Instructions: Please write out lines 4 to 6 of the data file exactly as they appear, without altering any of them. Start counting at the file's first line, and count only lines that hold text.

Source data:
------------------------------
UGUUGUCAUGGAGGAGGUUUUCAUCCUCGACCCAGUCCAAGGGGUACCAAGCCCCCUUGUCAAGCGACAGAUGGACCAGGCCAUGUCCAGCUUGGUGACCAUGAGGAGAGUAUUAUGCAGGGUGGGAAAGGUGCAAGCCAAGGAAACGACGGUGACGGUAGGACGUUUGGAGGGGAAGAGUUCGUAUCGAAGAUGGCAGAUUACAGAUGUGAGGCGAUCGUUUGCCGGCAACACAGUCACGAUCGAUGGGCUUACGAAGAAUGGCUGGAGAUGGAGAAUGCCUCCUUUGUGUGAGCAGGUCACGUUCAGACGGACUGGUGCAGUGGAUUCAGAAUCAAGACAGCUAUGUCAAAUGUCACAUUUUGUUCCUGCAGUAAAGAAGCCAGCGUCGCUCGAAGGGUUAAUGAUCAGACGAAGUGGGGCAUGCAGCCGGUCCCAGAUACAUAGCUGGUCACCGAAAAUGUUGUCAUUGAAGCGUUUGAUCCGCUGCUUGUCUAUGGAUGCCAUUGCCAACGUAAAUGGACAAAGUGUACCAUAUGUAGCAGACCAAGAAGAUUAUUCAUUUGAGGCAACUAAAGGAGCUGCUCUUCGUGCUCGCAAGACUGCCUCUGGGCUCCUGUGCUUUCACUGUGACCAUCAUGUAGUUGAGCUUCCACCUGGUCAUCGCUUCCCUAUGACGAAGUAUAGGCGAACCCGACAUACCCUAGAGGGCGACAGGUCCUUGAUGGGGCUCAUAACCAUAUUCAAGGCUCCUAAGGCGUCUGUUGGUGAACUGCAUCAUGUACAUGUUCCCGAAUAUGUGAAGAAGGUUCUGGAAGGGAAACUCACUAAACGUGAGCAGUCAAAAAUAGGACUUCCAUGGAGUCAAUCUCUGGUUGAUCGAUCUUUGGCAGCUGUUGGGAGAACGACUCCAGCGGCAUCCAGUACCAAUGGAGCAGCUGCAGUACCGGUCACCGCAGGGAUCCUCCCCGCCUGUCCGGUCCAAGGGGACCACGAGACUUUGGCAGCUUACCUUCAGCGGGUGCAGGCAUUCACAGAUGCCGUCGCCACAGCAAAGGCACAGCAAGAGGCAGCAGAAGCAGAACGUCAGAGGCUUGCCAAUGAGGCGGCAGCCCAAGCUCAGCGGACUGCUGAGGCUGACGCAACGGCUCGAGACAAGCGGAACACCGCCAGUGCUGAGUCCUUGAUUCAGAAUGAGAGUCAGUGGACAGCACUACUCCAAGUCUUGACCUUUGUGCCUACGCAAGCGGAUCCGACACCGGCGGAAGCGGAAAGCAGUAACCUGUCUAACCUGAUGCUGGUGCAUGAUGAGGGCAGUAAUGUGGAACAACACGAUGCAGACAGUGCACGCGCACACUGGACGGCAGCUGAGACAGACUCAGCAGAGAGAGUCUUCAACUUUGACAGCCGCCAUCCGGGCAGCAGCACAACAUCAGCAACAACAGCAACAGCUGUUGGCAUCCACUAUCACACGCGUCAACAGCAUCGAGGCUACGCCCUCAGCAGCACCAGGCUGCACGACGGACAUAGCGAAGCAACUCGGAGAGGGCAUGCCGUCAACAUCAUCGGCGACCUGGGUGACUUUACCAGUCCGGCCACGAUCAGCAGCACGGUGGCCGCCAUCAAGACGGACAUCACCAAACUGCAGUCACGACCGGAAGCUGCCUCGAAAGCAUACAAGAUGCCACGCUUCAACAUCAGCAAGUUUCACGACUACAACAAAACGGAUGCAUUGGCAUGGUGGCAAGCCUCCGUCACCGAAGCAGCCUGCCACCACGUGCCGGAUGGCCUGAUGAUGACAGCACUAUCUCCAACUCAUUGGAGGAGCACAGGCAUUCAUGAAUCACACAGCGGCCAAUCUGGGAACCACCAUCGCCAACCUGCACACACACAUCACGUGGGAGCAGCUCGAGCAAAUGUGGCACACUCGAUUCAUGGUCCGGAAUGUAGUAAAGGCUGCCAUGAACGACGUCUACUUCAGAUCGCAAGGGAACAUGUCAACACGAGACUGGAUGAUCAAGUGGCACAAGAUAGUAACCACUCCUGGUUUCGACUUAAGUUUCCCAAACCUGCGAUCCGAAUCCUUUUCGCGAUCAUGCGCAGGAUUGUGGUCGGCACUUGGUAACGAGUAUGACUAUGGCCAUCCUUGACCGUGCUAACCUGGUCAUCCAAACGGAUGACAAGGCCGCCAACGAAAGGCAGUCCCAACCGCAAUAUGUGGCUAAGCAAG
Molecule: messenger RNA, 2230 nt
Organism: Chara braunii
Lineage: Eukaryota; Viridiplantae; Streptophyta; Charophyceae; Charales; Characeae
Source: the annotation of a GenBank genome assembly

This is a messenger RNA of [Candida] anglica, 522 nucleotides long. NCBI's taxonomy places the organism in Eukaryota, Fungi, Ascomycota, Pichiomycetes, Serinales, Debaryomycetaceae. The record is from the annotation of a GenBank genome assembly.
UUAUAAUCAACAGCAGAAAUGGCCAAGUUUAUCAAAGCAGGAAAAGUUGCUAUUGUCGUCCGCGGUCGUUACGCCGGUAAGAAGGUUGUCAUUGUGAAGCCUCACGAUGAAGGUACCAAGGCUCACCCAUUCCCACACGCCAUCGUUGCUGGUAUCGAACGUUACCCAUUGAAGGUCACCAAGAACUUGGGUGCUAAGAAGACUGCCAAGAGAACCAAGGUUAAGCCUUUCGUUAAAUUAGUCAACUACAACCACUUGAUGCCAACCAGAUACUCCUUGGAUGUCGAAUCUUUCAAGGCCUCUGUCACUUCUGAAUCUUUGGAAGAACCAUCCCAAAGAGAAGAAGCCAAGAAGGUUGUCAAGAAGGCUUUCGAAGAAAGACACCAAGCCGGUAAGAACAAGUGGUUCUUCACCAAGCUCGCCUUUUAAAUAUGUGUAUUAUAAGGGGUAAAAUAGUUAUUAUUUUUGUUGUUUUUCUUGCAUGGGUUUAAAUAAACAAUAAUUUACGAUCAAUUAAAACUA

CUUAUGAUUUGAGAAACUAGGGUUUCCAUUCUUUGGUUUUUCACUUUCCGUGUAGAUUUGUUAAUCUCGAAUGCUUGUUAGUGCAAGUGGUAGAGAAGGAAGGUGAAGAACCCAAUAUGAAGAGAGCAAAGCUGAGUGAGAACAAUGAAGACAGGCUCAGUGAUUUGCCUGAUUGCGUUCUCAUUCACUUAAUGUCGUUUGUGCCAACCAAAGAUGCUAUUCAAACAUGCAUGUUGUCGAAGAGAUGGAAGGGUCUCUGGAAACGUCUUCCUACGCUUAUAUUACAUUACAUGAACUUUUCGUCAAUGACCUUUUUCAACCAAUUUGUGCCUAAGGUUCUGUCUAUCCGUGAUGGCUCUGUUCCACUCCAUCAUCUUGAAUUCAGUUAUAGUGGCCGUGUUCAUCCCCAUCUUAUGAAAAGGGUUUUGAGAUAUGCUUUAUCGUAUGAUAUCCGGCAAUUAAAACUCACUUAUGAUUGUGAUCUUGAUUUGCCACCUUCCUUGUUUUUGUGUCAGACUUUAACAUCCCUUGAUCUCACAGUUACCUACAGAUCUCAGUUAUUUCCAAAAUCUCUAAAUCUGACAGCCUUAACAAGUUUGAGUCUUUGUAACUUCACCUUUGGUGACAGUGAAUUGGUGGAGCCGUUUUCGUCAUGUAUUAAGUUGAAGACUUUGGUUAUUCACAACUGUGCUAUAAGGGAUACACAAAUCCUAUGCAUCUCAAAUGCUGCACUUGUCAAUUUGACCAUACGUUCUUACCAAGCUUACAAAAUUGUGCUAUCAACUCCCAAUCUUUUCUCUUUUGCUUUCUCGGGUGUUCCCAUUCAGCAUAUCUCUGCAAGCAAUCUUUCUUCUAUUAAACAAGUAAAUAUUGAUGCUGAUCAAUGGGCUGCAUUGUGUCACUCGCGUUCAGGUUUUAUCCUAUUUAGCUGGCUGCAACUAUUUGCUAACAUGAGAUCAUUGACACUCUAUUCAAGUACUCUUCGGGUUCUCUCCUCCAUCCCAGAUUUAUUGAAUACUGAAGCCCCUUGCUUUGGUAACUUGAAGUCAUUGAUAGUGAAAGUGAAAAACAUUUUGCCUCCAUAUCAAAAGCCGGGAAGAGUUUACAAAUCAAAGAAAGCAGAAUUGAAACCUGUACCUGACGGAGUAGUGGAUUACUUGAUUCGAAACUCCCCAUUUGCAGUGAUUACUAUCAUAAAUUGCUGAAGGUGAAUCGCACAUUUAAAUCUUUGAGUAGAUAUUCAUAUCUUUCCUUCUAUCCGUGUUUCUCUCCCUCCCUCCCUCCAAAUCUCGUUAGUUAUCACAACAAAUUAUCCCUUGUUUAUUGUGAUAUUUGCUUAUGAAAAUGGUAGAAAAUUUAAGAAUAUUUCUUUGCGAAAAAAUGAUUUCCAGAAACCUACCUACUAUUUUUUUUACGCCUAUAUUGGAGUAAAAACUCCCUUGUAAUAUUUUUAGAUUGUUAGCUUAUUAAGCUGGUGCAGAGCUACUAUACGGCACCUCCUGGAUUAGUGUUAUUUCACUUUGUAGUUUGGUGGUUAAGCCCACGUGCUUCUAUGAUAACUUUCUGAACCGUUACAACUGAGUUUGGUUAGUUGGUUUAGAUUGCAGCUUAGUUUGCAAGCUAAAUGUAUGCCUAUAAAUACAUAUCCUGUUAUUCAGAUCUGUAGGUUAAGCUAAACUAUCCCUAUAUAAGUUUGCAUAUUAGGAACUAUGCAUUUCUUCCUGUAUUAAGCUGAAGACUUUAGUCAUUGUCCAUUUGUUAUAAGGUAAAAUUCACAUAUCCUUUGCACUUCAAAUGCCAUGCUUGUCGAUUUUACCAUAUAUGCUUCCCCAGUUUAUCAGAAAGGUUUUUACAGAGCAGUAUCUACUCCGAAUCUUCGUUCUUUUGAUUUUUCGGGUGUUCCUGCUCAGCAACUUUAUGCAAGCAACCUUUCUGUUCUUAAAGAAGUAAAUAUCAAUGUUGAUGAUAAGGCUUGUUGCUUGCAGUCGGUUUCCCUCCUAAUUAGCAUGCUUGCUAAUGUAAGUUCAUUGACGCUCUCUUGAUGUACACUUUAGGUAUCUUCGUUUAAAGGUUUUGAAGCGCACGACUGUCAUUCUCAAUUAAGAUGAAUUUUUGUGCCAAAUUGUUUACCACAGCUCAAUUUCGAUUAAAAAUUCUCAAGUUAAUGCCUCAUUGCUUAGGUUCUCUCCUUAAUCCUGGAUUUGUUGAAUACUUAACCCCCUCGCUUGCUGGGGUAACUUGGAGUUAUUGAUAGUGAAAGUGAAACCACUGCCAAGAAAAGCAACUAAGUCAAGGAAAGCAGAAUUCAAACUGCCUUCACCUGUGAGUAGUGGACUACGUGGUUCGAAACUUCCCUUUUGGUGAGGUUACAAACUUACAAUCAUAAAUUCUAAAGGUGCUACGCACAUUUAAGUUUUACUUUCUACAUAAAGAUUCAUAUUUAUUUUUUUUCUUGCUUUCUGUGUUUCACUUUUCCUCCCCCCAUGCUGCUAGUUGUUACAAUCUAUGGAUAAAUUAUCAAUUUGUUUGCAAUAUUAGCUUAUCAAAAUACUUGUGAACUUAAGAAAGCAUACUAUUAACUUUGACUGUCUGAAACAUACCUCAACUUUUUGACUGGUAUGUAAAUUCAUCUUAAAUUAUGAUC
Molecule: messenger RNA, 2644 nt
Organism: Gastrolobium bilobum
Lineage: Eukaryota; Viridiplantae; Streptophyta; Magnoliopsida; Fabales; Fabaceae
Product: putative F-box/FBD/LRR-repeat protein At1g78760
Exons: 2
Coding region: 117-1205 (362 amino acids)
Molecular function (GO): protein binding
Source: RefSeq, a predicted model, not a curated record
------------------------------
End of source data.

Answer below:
Lineage: Eukaryota; Viridiplantae; Streptophyta; Charophyceae; Charales; Characeae
Source: the annotation of a GenBank genome assembly

This is a messenger RNA of [Candida] anglica, 522 nucleotides long. NCBI's taxonomy places the organism in Eukaryota, Fungi, Ascomycota, Pichiomycetes, Serinales, Debaryomycetaceae. The record is from the annotation of a GenBank genome assembly.